Chan Xiangyang is the secretary general of the China Urban Finance Society and says the risk of deflation is higher than most observers realize. His comments appeared in Finance News, the newspaper published by the People's Bank of China.
The secretary general mentions several reasons why deflation is a threat. Read this excerpt from a February 25 Reuters article:
Chan said the deteriorating macroeconomic environment, combined with enduring industrial overcapacity, widespread speculative and inefficient investment, and slowing foreign capital inflows are all weighing heavily on prices.
That risks setting off a debilitating deflationary cycle in the world's second-largest economy, similar to the "lost decades" experienced by Japan under similar - but not identical - circumstances that began in the 1990s, in which inexorable price declines discouraged investment.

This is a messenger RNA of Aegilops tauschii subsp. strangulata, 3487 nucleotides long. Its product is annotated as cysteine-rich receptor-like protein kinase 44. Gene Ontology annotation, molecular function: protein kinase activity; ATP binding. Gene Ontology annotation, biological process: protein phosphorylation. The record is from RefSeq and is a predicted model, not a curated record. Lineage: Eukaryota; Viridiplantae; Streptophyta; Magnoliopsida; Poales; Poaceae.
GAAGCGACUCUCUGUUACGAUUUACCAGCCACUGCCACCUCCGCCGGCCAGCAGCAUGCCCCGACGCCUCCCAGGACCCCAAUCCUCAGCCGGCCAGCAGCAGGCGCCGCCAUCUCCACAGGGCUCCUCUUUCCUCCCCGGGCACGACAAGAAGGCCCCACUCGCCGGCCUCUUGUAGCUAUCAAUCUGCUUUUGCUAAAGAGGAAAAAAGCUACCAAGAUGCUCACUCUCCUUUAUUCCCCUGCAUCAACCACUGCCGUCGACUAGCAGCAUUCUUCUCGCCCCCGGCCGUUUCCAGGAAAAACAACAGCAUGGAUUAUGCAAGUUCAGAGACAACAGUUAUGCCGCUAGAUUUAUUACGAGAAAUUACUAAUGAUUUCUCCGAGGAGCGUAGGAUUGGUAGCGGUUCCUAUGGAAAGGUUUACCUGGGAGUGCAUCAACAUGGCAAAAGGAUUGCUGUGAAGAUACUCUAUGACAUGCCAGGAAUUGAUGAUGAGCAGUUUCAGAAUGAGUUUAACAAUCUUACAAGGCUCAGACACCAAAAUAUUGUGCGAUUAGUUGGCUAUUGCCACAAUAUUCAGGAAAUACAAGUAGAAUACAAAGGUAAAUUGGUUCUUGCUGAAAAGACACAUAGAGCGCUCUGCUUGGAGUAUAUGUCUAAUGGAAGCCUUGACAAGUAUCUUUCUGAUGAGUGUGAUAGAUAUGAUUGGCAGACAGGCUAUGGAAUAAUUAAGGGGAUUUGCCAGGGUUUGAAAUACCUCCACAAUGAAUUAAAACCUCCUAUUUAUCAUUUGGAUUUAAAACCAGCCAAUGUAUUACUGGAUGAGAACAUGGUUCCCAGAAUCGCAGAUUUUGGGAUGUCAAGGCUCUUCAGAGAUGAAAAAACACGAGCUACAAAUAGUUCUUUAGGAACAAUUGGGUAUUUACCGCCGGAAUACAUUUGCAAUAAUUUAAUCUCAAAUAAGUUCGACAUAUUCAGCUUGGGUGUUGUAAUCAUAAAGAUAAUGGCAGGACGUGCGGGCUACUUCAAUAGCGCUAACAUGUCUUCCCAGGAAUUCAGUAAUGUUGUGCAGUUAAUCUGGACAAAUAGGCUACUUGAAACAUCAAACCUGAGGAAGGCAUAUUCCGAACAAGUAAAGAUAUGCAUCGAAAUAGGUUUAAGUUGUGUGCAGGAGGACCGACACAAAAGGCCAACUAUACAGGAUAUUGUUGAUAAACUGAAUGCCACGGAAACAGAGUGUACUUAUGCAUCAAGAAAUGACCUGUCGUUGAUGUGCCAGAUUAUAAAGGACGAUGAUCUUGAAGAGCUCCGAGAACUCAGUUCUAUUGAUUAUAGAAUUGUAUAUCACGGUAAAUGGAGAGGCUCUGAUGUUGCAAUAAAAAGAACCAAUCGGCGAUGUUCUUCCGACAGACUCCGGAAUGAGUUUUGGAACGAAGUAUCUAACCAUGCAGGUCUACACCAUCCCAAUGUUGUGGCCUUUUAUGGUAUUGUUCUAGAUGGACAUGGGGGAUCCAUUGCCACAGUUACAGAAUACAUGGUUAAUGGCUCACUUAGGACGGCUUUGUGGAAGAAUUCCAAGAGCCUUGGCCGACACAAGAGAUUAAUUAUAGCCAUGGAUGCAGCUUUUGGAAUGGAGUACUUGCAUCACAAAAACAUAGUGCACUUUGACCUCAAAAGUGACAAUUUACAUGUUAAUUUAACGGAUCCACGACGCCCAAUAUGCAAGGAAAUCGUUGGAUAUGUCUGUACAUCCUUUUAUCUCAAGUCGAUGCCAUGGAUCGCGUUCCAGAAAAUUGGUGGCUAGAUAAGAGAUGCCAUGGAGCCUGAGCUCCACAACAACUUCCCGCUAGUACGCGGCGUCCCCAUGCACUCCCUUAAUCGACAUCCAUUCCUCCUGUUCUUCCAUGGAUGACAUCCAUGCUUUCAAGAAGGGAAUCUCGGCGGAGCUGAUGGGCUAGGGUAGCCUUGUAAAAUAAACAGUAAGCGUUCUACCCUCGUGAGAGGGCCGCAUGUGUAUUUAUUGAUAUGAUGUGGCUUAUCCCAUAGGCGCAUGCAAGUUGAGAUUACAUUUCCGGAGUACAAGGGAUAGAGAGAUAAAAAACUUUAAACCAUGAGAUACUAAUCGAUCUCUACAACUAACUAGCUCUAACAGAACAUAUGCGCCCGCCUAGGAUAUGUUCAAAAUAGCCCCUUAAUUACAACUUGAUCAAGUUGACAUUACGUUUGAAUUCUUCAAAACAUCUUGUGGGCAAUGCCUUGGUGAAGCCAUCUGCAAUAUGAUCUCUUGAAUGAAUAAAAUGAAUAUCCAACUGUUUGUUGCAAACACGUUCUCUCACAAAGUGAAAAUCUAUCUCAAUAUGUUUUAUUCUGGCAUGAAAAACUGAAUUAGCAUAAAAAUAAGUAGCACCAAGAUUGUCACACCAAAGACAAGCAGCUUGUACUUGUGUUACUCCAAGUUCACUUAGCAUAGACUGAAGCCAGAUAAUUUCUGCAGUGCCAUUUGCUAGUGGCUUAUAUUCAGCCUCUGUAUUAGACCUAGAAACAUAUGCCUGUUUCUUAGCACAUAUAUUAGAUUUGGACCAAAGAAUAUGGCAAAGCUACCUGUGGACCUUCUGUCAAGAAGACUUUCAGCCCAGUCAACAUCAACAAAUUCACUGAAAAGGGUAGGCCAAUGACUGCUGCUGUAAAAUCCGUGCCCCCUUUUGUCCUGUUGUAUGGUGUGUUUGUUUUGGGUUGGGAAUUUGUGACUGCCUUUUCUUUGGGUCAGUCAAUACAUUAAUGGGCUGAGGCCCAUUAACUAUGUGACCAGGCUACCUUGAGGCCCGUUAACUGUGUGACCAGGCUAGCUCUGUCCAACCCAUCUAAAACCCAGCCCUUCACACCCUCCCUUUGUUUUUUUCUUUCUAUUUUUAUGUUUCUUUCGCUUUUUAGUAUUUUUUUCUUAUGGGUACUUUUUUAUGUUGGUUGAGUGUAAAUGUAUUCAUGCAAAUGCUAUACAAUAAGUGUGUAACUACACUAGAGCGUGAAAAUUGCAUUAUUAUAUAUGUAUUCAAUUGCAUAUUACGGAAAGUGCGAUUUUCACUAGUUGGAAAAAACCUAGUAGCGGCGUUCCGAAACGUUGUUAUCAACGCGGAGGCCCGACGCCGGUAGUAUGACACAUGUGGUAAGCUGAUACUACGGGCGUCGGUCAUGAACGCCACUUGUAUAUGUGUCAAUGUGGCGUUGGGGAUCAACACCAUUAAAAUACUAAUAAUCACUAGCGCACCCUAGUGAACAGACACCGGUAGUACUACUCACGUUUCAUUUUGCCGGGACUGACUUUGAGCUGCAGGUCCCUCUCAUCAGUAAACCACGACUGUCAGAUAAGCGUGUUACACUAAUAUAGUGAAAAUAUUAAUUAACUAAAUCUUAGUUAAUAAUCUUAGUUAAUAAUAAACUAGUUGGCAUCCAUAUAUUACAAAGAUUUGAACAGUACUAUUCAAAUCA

Chinese policymakers and market participants have been trying to determine to what extent China's weak prices are driven by purely domestic factors, including demand from Chinese consumers and industrial overcapacity, as opposed to a globally weak price environment.
The falling price of oil, for example, which is down by over 50 percent since mid 2014, has aggravated a broader commodity price rout which has pushed down inflation in all the major industrial economies.
As the world's largest net petroleum and iron ore importer, China's industrial good prices closely track global commodities prices.
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